The past is all messiness and blurred relations. However, we tend to sort the messiness out through rigorous analytical studies leaving the messiness behind. Carlo Ginzburgs´ article Clues. Roots of an Evidential Paradigm from 1986 invigorates methodological elements of (historical) research, which in combination with an approach inspired by the sociology of translation (Latour, Law & Callon) can take messiness as a starting point. Ginzburgs´ article emphasises three central methodological elements; first, it pleas for a semiotic reading of signs. The dictum states that the devil is in the details, thus we must carefully look for even the smallest and insignificant signs to understand the messiness and blurredness of each phenomenon. Second, it stresses that the context is always situational and thus related to the specific and concrete phenomenon under study. Hence, reading signs becomes an enterprise of understanding signs and building their context. Accordingly, the micro-level cannot be separated from the macro-level and vice-versa. Third, it emphasises abduction as the strongest analytical strategy to uncover yet unknown meanings, relations and objects. The limitations and productiveness of these three central methodological elements will be further elaborated and discussed through a historical case study that traces how networks of philanthropic concepts and practices influenced the Danish welfare state in the period from the Danish constitution of 1849 until today. The overall aim of this paper is through an empirical analysis to show how a combination of elements from Ginzburg´s clues article, a sociology of translation and conceptual history contribute to the study of messiness.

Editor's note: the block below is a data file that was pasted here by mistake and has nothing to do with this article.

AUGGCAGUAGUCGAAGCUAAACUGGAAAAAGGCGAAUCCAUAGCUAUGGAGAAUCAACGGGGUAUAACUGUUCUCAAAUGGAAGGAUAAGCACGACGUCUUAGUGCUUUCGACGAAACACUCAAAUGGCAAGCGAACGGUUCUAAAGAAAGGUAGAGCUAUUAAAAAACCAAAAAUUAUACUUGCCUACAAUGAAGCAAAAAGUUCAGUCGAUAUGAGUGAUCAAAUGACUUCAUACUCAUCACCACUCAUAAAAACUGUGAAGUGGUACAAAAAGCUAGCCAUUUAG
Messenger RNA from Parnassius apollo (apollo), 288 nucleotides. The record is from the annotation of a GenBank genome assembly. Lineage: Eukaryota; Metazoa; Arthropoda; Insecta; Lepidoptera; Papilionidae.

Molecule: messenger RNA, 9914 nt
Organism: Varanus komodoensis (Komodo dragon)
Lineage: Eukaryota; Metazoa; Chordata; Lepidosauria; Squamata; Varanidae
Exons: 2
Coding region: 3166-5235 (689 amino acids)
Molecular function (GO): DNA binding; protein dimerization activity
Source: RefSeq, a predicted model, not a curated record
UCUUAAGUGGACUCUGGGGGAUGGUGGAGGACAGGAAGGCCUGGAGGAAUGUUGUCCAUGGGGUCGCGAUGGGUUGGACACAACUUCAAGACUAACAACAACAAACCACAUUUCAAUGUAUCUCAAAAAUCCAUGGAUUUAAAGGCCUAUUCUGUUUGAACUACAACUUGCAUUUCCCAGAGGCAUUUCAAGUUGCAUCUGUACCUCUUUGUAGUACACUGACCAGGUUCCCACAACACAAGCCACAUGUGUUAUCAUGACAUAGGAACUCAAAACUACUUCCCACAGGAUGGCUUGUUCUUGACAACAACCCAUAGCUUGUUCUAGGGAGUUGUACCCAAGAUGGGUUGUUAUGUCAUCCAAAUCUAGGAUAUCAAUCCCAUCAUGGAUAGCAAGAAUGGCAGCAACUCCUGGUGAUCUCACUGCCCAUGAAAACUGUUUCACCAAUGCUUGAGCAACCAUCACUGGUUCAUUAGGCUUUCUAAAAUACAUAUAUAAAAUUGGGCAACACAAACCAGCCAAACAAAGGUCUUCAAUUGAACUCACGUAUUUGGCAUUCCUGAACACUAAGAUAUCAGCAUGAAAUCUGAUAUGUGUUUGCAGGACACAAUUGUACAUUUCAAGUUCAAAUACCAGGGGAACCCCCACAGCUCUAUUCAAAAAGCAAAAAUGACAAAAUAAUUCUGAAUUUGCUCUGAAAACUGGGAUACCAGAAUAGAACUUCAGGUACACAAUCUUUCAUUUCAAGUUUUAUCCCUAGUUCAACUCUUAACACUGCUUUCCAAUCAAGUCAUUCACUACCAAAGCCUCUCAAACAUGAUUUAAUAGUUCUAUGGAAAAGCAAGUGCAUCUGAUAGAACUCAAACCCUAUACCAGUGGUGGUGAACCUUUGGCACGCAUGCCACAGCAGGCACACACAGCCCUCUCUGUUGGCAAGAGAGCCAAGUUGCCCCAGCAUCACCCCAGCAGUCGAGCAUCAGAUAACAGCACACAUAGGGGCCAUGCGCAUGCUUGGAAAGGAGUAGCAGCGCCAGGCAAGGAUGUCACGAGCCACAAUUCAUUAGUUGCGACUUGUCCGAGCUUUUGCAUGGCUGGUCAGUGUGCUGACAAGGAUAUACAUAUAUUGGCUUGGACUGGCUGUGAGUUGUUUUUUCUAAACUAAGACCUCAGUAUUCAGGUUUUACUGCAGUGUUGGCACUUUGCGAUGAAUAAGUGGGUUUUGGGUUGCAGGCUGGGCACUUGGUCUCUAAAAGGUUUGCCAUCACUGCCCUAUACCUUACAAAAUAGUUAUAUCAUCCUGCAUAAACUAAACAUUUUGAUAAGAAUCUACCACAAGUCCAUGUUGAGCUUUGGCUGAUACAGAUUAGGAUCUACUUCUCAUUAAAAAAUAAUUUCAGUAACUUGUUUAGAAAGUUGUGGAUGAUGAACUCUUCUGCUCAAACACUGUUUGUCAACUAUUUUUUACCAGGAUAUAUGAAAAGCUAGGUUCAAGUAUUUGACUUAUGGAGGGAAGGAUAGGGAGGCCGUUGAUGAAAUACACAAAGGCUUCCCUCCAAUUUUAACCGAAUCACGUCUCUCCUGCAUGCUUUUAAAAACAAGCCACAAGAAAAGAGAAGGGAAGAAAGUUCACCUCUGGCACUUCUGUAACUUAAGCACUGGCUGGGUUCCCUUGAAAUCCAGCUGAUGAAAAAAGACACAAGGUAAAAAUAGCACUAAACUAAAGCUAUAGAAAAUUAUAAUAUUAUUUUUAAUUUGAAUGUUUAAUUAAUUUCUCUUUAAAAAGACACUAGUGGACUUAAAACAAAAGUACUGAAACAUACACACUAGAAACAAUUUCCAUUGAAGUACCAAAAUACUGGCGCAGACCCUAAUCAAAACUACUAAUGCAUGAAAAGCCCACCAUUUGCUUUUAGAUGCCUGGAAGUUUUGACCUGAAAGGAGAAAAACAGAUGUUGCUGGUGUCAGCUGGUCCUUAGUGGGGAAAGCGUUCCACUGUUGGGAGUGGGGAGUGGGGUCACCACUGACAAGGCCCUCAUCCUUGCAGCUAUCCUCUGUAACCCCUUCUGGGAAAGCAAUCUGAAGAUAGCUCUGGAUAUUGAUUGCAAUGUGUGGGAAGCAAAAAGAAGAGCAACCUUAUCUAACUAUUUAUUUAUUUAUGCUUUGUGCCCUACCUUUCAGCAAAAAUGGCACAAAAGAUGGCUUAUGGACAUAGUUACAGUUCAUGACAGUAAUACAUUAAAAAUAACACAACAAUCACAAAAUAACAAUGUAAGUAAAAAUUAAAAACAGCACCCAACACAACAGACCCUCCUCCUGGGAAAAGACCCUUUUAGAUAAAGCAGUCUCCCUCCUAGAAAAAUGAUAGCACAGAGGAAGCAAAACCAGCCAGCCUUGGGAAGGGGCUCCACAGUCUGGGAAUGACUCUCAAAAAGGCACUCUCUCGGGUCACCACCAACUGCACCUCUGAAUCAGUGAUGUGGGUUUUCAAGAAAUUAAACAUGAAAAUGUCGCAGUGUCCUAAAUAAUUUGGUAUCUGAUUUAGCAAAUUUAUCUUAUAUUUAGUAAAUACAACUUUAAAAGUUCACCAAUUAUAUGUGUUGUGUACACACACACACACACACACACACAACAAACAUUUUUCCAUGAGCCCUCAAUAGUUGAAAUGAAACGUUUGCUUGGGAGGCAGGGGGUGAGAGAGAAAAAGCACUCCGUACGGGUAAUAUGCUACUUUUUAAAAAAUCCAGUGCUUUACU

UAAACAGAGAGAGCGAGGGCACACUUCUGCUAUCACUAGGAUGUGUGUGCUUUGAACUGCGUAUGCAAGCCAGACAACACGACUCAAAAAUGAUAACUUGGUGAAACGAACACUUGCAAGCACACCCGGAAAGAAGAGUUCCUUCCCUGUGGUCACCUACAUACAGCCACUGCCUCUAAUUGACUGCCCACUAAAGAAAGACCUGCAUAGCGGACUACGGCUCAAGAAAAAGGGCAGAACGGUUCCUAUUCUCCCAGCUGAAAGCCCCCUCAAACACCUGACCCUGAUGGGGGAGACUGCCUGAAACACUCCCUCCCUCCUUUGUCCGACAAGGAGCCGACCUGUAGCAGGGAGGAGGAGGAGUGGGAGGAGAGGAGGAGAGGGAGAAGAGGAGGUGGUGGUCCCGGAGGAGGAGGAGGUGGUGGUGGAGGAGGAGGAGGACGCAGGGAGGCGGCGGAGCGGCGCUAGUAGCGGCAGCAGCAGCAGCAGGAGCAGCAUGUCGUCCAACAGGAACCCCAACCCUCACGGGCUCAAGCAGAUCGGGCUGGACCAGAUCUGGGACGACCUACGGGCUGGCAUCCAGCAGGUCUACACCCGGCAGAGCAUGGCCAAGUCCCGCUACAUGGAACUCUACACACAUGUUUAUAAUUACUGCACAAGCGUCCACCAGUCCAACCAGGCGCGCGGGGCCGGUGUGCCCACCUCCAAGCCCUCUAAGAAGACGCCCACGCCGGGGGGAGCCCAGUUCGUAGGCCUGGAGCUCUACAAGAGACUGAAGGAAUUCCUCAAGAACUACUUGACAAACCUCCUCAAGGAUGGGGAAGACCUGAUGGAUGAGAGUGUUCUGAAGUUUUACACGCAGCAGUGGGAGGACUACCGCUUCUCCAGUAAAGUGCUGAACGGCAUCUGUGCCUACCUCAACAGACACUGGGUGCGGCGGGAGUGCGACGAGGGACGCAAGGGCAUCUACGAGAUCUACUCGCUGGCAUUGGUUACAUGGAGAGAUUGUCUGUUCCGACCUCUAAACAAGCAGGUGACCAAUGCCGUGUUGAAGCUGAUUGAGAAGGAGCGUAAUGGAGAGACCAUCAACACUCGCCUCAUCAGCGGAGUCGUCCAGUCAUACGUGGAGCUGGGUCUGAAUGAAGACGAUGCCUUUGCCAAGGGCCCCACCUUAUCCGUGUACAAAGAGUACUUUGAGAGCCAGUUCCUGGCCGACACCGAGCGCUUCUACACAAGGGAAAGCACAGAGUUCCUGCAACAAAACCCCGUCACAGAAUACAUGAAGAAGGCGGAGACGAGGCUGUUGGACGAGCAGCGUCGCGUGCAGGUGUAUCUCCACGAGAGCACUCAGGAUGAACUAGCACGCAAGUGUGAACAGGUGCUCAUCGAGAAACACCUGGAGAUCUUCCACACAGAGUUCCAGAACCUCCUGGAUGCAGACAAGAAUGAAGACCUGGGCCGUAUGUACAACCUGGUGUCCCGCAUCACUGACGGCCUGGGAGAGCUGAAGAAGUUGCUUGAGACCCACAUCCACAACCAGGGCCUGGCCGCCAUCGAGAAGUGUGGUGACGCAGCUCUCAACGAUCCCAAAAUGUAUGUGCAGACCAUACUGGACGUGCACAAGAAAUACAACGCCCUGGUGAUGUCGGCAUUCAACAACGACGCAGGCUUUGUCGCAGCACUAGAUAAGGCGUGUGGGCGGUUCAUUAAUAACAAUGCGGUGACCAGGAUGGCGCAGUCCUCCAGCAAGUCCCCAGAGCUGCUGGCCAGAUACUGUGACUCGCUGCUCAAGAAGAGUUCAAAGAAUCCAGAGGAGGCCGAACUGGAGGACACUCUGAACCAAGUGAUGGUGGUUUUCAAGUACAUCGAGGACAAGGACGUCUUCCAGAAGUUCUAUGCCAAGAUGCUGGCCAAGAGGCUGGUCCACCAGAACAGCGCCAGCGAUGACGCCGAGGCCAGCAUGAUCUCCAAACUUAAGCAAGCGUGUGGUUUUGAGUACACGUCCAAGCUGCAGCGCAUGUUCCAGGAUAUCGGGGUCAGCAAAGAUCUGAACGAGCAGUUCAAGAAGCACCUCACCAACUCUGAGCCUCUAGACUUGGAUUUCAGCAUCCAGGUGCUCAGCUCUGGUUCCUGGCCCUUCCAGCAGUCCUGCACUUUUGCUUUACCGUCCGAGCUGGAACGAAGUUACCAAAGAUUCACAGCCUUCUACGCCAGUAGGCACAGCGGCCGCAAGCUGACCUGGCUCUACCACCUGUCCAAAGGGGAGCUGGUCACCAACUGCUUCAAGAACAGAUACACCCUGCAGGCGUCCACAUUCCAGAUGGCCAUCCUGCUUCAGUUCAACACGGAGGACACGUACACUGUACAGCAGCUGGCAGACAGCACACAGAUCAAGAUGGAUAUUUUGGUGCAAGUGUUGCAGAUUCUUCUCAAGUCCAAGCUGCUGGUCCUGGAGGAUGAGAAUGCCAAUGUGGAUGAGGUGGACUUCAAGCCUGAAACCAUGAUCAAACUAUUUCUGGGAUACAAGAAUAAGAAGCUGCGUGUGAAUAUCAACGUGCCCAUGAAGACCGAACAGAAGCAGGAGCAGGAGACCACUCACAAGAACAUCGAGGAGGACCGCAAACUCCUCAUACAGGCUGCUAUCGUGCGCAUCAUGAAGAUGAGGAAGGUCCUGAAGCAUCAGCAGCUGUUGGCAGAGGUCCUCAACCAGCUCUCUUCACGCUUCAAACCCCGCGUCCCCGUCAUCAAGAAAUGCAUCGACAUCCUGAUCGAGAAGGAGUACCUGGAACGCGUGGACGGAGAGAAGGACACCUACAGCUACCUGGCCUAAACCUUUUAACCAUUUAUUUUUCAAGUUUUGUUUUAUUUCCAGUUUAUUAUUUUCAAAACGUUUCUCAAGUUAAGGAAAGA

|Number of pages||1|
|Publication status||Published - 2016|
|Event||ISCH Conference 2016 - Trieste, Italy|
Duration: 18 Jul 2016 → 21 Jul 2016
|Conference||ISCH Conference 2016|
|Period||18/07/2016 → 21/07/2016|